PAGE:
“Poetry may sound far away from our daily world,” Lanseros said. “But it’s closer than we might think. Language is the most important part of our daily routine.”
In a talk called “Different Languages, Different Names: Poetry as a Universal Fact and the Power of Translation,” Lanseros, a renowned contemporary Spanish poet who is currently a visiting instructor with the University of West Florida’s world languages program, raised awareness about the literary richness available to listeners and readers who also consider the challenge of translating poetry from one language to another.
“Poetry is the translation of the human soul onto paper,” Lanseros said. “Poetry is the voice of humanity itself.”
Here is an excerpt from one of her poems she read called “Then You Kissed Me.”
There exists no union more truthful
nor greater clarity in the substance
from which we are created.
This blessed fusion made from our entrails,
the permanent artery of our race.
Only those who have kissed know that they are immortal.
This poem is from her book called “Croniria.” It is for sale in the United States and contains both a Spanish and English version of every poem included.
Lanseros stood on the stage near a podium and used only a book of her poetry to give the hour-long talk and to do her readings.
“We want to rely on the power of words,” Lanseros said. “That is why you see nothing else up here. Words are often so powerful there is something almost physical about them.”
She read her poetry in Spanish, and Dr. Allen Josephs, who teaches American, Spanish and Latin American literature in the UWF English department, read the English translation, often stopping for applause in the middle of a poem. Josephs has been translating Spanish poetry into English since the 1960s.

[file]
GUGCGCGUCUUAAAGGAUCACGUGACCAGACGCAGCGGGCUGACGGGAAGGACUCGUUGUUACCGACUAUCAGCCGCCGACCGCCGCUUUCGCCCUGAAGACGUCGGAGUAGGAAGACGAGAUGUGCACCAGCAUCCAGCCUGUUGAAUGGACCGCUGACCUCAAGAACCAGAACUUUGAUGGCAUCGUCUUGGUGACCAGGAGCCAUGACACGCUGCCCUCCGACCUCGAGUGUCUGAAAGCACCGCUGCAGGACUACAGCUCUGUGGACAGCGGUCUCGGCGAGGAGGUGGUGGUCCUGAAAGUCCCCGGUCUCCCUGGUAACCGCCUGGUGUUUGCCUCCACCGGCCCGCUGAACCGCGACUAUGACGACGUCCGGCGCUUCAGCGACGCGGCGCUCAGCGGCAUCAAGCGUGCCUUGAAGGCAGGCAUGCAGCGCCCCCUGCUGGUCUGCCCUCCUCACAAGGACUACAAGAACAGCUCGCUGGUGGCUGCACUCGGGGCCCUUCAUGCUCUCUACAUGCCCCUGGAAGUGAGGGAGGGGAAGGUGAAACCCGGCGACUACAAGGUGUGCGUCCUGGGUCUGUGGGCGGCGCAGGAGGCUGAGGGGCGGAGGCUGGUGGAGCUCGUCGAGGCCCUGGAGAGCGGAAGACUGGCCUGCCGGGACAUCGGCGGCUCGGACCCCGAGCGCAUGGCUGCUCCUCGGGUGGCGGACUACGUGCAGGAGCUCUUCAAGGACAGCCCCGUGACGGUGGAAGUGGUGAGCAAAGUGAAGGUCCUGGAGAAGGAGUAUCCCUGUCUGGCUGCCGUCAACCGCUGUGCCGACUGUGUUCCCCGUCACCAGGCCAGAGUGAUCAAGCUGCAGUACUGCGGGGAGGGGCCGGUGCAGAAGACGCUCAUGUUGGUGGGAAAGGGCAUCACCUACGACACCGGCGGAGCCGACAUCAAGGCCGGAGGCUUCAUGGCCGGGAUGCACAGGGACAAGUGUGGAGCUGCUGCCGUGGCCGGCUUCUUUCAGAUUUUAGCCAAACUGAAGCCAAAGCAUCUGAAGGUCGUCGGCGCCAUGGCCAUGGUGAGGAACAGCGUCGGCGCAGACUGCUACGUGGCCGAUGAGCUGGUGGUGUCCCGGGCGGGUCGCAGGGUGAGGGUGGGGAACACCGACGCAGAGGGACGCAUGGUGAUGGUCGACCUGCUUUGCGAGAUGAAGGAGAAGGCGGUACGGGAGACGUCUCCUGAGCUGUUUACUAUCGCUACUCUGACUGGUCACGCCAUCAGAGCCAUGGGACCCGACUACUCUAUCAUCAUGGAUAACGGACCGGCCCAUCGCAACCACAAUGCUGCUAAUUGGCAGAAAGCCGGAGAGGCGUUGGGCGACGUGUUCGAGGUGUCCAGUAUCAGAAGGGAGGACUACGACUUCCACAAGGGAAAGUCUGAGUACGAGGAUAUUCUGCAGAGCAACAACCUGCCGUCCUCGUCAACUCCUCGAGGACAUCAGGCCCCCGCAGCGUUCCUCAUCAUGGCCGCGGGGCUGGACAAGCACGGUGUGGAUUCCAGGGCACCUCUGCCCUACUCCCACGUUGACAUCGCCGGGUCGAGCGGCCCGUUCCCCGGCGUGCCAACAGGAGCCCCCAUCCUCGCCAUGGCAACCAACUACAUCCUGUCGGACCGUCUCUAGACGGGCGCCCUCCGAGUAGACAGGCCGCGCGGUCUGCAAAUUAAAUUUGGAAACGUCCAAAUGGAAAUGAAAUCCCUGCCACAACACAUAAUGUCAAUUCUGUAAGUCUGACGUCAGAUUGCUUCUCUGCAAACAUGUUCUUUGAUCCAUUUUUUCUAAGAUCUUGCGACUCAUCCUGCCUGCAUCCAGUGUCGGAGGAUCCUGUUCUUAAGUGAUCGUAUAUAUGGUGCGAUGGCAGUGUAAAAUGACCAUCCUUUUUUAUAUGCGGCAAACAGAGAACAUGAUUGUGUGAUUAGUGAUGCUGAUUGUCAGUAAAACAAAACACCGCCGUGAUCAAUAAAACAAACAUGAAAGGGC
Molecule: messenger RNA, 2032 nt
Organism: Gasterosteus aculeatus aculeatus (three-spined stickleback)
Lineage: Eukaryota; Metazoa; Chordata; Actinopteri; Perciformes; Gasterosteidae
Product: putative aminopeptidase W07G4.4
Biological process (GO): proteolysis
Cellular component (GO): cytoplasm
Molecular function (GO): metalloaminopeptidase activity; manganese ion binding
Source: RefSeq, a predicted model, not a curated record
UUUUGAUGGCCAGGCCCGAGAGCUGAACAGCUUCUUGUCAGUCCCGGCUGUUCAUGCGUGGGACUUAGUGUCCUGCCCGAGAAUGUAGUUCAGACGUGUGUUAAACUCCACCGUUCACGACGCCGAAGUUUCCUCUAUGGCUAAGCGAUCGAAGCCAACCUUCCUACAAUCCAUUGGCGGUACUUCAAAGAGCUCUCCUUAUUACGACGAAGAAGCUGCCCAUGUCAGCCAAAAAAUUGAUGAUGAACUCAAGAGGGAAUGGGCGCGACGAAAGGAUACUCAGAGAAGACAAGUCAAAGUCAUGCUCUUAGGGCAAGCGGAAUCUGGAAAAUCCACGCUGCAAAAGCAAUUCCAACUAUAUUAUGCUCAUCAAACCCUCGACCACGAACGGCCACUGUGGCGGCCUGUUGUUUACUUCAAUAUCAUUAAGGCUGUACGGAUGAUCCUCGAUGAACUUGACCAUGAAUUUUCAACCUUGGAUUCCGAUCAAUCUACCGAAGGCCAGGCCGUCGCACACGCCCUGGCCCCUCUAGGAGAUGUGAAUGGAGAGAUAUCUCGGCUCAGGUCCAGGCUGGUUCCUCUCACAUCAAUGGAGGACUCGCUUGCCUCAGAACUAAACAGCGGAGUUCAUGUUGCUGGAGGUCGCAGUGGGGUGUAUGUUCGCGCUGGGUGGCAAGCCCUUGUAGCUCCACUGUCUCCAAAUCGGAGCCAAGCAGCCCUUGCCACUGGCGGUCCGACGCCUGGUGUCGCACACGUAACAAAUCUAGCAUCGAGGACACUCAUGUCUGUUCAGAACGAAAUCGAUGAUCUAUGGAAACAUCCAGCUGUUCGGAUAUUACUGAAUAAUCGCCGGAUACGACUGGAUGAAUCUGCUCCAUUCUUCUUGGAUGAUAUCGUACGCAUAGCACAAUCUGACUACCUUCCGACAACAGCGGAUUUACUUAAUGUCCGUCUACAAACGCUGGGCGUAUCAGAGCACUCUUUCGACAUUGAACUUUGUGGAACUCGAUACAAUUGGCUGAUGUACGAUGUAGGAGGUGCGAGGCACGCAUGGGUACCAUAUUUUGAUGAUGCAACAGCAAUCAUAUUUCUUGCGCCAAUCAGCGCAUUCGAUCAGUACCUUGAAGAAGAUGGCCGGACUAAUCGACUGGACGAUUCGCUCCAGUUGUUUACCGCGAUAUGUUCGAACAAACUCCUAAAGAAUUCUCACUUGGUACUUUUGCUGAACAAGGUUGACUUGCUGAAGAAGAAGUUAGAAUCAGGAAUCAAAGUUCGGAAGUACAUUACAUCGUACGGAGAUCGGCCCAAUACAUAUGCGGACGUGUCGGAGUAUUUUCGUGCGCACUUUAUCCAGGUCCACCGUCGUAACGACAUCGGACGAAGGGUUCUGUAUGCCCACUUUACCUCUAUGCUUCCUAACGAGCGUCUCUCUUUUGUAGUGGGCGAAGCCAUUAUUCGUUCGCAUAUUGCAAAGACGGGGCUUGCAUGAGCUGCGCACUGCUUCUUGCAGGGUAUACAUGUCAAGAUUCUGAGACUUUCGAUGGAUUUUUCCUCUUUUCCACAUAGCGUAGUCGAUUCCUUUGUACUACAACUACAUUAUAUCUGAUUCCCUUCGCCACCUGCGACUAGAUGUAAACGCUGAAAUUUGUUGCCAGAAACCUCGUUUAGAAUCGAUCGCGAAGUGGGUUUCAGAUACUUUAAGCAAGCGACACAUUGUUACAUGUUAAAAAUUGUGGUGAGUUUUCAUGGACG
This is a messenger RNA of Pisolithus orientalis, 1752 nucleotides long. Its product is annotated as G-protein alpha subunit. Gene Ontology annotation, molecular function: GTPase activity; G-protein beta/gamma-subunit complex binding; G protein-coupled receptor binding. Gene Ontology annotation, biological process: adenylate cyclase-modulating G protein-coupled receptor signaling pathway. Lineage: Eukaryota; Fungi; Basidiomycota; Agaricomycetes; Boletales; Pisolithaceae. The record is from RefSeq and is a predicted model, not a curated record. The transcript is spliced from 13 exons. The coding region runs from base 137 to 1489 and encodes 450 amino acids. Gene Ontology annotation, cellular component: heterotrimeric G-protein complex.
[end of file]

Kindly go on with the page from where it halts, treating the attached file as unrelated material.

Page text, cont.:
Besides reading her poetry, Lanserors talked about the challenges of translation.
“When you are translating, you have to keep in mind that poetry is a three-legged stool. There is thought, emotion and music. I really believe that both music and message can be conveyed through poetry… translating is a way to open up different windows.”
As a poet, translator and instructor, Lanseros is one of the most recognized voices of contemporary poetry in the Spanish language. About 200 critics at more than 100 universities, including Harvard, Princeton and Oxford, have named Lanseros the most relevant Spanish-language female poet born after 1970.
She is the author of books such as “Legends of the Promontory,” “Diary of a Gleam” and “The Eyes of the Mist.” Her book “Small Thorns Are Small” was a best-seller in Spain during 2014. Among the awards Lanseros has received are the Unicaja Poetry Prize, the Antonio Machado in Baeza Prize and the Jaen Poetry Prize. Lanceros has a doctorate in didactics of language and literature, and a master’s in communication, both from the University of Almeria in Almeria, Spain.
“I will never be bored because I am devoted to poetry, and the good news is there is a lot to learn,” Lanseros said.
Her work has been partially translated into numerous languages and included in anthologies and literary journals around the globe. She is a frequent participant in poetry workshops, courses, festivals and literary events and collaborates with international literary and cultural magazines.
Presented by the University of West Florida College of Arts, Social Sciences and Humanities, the Experience UWF Downtown lecture series, now in its fifth season, showcases scholars of outstanding prominence who promote the value and role of the liberal arts in building and sustaining contemporary culture.